Most protease inhibitors do not require food in order to maintain normal, therapeutic drug levels but, and perhaps as important, it may make them more tolerable. The two exceptions to this rule are Reyataz and Viracept. Reyataz requires an acidic stomach environment to be absorbed, and food stimulates the production of acid. The amount of food that should be eaten is not specified by the manufacturer, and is not likely to be of importance. However, certain amounts of food intake have been shown to increase how much Viracept is absorbed with each dose. A meal of at least 500 calories (20% of calories from fat) should be eaten with each dose of Viracept in order to achieve normal therapeutic levels. Increasing the amount of food to 1,000 calories will increase Viracept levels even further. Crixivan, when not given with Norvir, requires little to no food for optimal absorption but food (a low-fat snack only) may make the pills more tolerable.

Missed Doses

Missing doses of most protease inhibitors has been shown to increase the likelihood of a person's virus changing (resistance developing). This makes it less likely that the protease inhibitor will work against the virus. Occasionally, everyone who takes medications for a long period of time will find that they have missed a dose of their medication. When it comes to taking protease inhibitors, it is best to take the missed dose as soon as possible. If the missed dose is not realized until the next dose is due, it is not recommended to take a double dose. If more than one dose has been missed, it is best to consider those doses missed, and start anew with the next dose that is due. Protease inhibitors should not be taken without the other antiretrovirals that are prescribed, and vice versa. So, if doses of any HIV medication are missed due to the lack of availability of any of the components of the regimen, the entire regimen should be stopped until all components are available. Be sure to speak with your doctor's office or pharmacist as soon as you realize you do not have all of your medicines!


Drug Level Testing

Drug level testing (also called therapeutic drug monitoring, or TDM, also see ABCs of PK) is available to most clinicians. There are recommended trough concentrations for several PIs for patients who do not have drug resistant virus (see Figure 6). However, TDM for PIs is not yet routinely recommended. It might be useful in certain circumstances (see ABCs of PK). In patients who have had many antiretrovirals in the past (treatment experienced), what may ultimately guide targets for drug concentrations is the amount of resistance that the person's virus has. Unfortunately, the resistance test that shows the amount of drug needed to decrease the growth of the virus (a phenotype) has many limitations of its own. These limits, in turn, limit the usefulness of TDM for protease inhibitors. Currently, TDM is best done using trough levels (Cmin).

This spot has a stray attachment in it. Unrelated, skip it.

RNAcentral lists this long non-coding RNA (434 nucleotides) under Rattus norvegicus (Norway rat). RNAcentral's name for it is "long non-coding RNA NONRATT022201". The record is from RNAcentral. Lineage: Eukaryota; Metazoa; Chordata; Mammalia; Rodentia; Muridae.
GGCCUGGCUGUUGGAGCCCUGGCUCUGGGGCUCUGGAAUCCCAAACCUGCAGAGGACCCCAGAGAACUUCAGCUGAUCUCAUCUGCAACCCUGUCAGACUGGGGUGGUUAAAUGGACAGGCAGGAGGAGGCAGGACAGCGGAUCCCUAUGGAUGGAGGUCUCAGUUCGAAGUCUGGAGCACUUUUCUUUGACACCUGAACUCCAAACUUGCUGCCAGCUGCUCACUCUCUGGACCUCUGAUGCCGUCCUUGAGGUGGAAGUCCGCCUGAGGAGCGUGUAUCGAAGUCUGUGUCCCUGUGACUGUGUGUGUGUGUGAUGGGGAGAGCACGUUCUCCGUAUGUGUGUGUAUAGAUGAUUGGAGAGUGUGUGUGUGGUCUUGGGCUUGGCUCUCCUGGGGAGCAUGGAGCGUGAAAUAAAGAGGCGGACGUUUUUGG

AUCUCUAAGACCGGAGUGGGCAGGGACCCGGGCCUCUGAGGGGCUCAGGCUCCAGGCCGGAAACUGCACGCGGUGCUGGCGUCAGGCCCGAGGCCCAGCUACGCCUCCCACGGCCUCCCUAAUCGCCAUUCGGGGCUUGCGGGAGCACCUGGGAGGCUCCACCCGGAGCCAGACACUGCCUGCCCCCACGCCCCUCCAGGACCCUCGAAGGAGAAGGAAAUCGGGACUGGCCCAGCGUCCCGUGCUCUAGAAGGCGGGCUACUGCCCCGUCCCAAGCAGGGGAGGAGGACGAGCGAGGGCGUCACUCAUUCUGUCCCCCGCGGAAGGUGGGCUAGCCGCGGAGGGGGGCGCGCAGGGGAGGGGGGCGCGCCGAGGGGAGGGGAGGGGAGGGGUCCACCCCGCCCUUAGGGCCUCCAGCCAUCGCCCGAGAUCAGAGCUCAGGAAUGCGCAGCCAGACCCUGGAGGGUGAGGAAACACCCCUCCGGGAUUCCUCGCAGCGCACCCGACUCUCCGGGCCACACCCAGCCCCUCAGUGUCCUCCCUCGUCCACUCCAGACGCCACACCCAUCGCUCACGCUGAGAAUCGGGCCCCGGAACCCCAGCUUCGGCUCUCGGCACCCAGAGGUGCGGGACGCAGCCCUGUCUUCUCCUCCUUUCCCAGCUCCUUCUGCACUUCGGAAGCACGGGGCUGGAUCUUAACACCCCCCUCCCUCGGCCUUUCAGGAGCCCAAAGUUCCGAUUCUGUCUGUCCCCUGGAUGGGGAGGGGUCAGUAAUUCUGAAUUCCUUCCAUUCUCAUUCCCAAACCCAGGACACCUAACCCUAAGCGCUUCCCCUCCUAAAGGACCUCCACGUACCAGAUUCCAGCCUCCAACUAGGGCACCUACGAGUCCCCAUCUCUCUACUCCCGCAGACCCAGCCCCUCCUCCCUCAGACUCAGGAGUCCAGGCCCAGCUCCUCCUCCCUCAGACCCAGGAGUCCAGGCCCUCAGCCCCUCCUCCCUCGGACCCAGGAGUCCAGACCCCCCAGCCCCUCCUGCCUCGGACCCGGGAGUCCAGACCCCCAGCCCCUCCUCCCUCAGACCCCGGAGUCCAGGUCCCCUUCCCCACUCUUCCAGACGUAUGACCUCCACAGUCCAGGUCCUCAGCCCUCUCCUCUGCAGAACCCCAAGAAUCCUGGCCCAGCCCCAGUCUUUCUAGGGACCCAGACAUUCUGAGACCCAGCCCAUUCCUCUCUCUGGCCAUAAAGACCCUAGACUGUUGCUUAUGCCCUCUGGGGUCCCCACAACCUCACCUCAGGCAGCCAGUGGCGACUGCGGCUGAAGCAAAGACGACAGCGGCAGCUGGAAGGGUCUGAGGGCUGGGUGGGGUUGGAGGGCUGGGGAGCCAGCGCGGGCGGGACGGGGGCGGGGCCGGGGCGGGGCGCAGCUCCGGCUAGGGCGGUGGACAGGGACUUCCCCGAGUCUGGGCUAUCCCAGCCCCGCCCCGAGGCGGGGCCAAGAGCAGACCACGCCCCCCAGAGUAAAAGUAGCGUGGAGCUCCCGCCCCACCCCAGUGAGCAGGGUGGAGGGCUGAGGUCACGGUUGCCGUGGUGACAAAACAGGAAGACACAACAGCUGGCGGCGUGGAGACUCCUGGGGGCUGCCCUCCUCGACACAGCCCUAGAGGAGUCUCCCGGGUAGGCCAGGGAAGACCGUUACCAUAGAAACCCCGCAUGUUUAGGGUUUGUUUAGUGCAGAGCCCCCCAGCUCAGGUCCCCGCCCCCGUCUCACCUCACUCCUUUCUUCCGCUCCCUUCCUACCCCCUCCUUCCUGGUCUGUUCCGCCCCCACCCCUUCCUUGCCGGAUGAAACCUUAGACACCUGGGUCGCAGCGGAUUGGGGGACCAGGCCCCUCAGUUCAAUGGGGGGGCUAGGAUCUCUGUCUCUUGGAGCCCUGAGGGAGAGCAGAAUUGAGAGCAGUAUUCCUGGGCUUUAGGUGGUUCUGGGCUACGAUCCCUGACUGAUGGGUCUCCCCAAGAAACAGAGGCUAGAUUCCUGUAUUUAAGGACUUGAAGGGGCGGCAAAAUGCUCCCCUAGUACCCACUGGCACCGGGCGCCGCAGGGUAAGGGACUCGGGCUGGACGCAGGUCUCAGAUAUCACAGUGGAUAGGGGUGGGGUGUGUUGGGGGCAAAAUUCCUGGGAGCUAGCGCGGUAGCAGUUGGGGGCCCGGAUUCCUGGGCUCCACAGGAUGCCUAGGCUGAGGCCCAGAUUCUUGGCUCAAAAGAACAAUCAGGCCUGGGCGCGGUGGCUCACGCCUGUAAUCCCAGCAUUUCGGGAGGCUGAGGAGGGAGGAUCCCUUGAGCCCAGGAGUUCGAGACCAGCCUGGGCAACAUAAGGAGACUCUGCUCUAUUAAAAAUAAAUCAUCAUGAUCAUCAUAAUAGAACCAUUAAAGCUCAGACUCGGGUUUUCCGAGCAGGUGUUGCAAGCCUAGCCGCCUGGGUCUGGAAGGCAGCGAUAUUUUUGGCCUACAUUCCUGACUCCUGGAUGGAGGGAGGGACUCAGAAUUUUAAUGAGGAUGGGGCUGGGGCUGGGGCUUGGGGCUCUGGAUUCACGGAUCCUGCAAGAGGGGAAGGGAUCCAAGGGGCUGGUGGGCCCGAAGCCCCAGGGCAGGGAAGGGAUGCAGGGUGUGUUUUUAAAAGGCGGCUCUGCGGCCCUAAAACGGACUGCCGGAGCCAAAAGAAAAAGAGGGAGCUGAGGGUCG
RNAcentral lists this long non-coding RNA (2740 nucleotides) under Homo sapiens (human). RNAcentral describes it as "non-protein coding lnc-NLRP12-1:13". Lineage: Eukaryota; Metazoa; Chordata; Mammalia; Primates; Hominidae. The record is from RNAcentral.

Special Circumstances

There are two of the protease inhibitors to which special discussion should be given. Amprenavir is the active drug that makes up both Lexiva and Agenerase. Lexiva, which was approved in October 2003, is a "prodrug" of Agenerase. A special chemical group was added to the Agenerase molecule. This molecule allows it to be made into a tablet formulation that is more compact, as well as allowing for better absorption from the GI tract. Once Lexiva is absorbed, the extra chemical group is removed in the blood, releasing the active drug, amprenavir. As such, once the drug is absorbed, it has the same pharmacokinetics as amprenavir. The pro-drug formula greatly reduces the number of pills taken.

The second product is saquinavir. It is available under two brand names, manufactured by the same pharmaceutical company. Invirase, which resembles a typical capsule formulation containing a powder, was first approved in late 1995 (in fact, it was the first protease inhibitor approved in the U.S.). This formulation is referred to as a hard-gel capsule. Though Invirase was effective at killing the virus, very little of it was actually absorbed into the blood stream. To improve this aspect, Fortovase was developed. Fortovase offers significantly improved absorption compared to Invirase, and quickly became the preferred formulation. When Fortovase and Invirase are boosted by Norvir, the blood levels of saquinavir are similar. As such, Invirase and Fortovase come close to being equal over the past few years with perhaps greater tolerability of the boosted Invirase compared to boosted Fortovase.

Jim Scott, Pharm.D., is an Assistant Professor of Pharmacy Practice at the Western University of Health Sciences, and Director of the Adherence Improvement Program at the Jeffrey Goodman Special Care Clinic, in Los Angeles, CA. He has been working with HIV patients for over 10 years.


Back to Winter 2005 contents page.


Got a comment on this article? Write to us at publications@tpan.com.

A note from TheBody.com: Since this article was written, the HIV pandemic has changed, as has our understanding of HIV/AIDS and its treatment. As a result, parts of this article may be outdated. Please keep this in mind, and be sure to visit other parts of our site for more recent information!



  
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This article was provided by Positively Aware. It is a part of the publication Positively Aware. Visit Positively Aware's website to find out more about the publication.